6. Flat-liners: Low Passion, Drive: not driven enough, not intense enough.
  7. Bulldozers: Too Dominant: too hard-charging and forceful with others.
  8. Turtles: Resistant to Change: too committed to the status quo and inflexible.
  9. Volcanoes: Aggressive, Angry: too hot-headed and reactionary.
  10. Quick Draw: Low Self-Control, Impulsive: too given to following their feelings.

Having reviewed this list, I’m sure that it’s obvious why the faster someone identifies and breaks the constraint that is holding them back from optimizing and increasing their leadership effectiveness, the faster they will grow in their influence with others.

How can someone pinpoint exactly what their top constraint is and how to work on it? Well that’s where Teamalytics comes in. Flip Flippen founded a company called Teamalytics. Teamalytics works with Fortune 500 companies, Private Equity Groups and Professional sports teams. Their enterprise clients include Kaiser Permanente, LinkedIn, Johnson & Johnson, and Procter & Gamble to name just a few. The mission of Teamalytics is to use analytics and coaching to help teams eliminate counterproductive behaviors, hit goals, have fun, and earn more.

They use a psychometric instrument they’ve developed, called the Teamalytics 360 Report, which reports the 13 scales of behaviors that correlate to leadership effectiveness. The 360 Report also identifies the top 3 personal constraints, those behaviors that are holding leaders back from maximizing and growing leadership effectiveness. Further, the Teamalytics 360 Report makes specific recommendations for a highly personalized growth plan for the leader to overcome his or her constraints. It prescribes specific steps to modify behavior, called Traction Steps, which help leaders know exactly how to behave their way into more effective leadership.

The Teamalytics profile is regarded as one of the most sophisticated psychometric instruments on the planet because of its remarkable level of precision. When compared to other 4 or 16 quadrant instruments that measure personality such as the DISC and Meyers-Briggs, the Teamalytics Profile is in another league with more than 1.2 Million unique combinations. This allows a very high level of analysis and prescription for personal growth. To download a specification sheet and sample profile go to https://www.teamalytics.com/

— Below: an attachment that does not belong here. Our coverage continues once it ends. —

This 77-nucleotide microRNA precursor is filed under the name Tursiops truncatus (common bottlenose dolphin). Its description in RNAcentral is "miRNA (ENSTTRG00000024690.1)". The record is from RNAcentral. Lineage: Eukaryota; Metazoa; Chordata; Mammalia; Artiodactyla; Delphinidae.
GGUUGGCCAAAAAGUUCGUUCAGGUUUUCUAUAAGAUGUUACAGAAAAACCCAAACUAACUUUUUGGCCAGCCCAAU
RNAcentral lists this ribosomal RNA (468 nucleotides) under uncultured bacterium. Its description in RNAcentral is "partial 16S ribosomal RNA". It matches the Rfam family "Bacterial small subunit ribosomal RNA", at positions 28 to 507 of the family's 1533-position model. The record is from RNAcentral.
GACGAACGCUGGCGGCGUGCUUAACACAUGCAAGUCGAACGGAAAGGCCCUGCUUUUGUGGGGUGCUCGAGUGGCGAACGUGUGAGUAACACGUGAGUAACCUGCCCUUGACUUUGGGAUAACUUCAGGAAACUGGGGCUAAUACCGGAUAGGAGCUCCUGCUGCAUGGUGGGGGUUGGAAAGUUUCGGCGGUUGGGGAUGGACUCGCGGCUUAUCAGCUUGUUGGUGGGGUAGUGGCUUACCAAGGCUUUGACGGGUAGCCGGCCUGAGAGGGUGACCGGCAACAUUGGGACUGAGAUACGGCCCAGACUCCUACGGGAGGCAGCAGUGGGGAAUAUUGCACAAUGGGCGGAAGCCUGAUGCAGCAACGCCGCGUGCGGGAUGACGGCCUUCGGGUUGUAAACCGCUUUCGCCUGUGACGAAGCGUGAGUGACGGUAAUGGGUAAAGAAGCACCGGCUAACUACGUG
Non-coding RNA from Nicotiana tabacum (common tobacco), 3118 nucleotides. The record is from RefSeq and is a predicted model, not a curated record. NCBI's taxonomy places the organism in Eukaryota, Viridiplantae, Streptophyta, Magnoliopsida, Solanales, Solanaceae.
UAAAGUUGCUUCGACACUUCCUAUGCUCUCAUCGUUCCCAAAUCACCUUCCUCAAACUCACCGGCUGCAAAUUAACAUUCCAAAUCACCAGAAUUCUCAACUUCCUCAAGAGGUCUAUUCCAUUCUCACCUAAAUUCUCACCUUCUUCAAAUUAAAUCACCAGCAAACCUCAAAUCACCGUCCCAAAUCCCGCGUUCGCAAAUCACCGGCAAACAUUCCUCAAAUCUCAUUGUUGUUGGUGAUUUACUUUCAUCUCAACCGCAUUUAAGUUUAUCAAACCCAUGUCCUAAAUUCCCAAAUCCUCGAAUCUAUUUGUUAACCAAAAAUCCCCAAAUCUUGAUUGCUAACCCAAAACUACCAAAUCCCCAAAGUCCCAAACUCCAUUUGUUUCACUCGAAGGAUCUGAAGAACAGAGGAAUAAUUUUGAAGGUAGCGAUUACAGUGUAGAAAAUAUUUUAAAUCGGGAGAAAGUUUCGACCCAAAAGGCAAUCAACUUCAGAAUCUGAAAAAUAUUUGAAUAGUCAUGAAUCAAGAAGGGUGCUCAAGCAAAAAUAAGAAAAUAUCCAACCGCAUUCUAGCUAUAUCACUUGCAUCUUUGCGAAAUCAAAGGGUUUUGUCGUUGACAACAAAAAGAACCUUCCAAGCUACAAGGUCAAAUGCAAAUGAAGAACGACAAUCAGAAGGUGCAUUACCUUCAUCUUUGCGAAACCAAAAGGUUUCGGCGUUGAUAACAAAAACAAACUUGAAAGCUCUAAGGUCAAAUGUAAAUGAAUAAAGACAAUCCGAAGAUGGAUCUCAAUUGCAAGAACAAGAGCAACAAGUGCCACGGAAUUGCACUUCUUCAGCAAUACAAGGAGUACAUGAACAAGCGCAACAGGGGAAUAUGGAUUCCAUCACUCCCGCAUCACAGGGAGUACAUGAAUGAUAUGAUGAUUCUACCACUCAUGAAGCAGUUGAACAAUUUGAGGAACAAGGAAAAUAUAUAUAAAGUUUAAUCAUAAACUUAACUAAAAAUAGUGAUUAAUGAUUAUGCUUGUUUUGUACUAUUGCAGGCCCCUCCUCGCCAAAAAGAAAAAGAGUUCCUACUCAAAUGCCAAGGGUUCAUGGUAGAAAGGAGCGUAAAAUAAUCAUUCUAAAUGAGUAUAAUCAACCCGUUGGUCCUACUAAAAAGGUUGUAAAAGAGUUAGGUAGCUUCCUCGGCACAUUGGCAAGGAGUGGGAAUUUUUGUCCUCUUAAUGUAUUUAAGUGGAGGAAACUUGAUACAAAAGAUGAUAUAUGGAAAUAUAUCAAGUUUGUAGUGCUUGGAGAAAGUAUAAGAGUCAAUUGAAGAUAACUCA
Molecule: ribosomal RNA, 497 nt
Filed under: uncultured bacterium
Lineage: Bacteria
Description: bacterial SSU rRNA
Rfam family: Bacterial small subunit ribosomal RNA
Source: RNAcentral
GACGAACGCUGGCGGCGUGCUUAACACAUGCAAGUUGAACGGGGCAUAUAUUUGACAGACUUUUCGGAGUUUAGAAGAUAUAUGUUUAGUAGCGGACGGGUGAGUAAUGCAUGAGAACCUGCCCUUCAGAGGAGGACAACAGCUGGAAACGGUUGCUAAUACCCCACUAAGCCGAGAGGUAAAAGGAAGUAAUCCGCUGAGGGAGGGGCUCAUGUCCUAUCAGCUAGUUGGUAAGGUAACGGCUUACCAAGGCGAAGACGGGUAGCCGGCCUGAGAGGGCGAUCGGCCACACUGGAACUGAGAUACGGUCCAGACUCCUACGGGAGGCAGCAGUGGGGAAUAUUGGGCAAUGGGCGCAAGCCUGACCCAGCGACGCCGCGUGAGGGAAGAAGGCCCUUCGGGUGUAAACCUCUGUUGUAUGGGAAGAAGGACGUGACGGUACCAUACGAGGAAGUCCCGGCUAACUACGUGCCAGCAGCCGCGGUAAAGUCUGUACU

The LDP Process. Here is a recap of what you need to do to create a Leadership Development Plan for your business.

  1. Review my blog post The Leadership Continuum
  2. Read Dr Maxwell’s book (or at least get the 30 minute book review from Summaries.com) The Leader's Greatest Return - Attracting, Developing, and Multiplying Leaders
  3. Read The Work of Leaders by Straw, Scullard, Kukkonen, and Davis or at least review the information on the profiling where you can download a brochure and a sample 23-page report. Click Here.
  4. Read The Flip Side by Flip Flippen or spend some time on his website at https://www.teamalytics.com/ to learn more about Constraint Theory and the Teamalytics 360 Report.
  5. Create a simple LDP Worksheet with the following columns for each potential leader you identify in your organization
    1. Name
    2. Current leadership status based on The Leadership Continuum
    3. Work of Leaders Development Focus
    4. Teamalytics Personal Constraints
    5. Personal Growth Plan in as much detail as possible
  6. Depending on the individual you may also need to put together an Apprenticeship Plan to ensure they have all the skills necessary (beyond their leadership development growth plan) to be effective in the role or roles you envisage for them. Review the blog post on the Apprenticeship Plan here.
  7. Implement a ‘pay for performance’ incentive plan to create long term commitment by your subordinate leaders. There are many ways of doing this from a quarterly or annual bonus structure, profit sharing or even shares in the company the key is that if it is really performance based you must have clear and quantifiable ways to measure the performance. I recommend you identify 4-6 Key Performance Indicators that you can review with the subordinate leader on a regular basis.

This post has a lot of information, advice and action items and is a lot to take in. If you would like to have a chat with me about how to put this in place in your business feel free to reach out by scheduling a short call by clicking the button below. Have a fantastic day.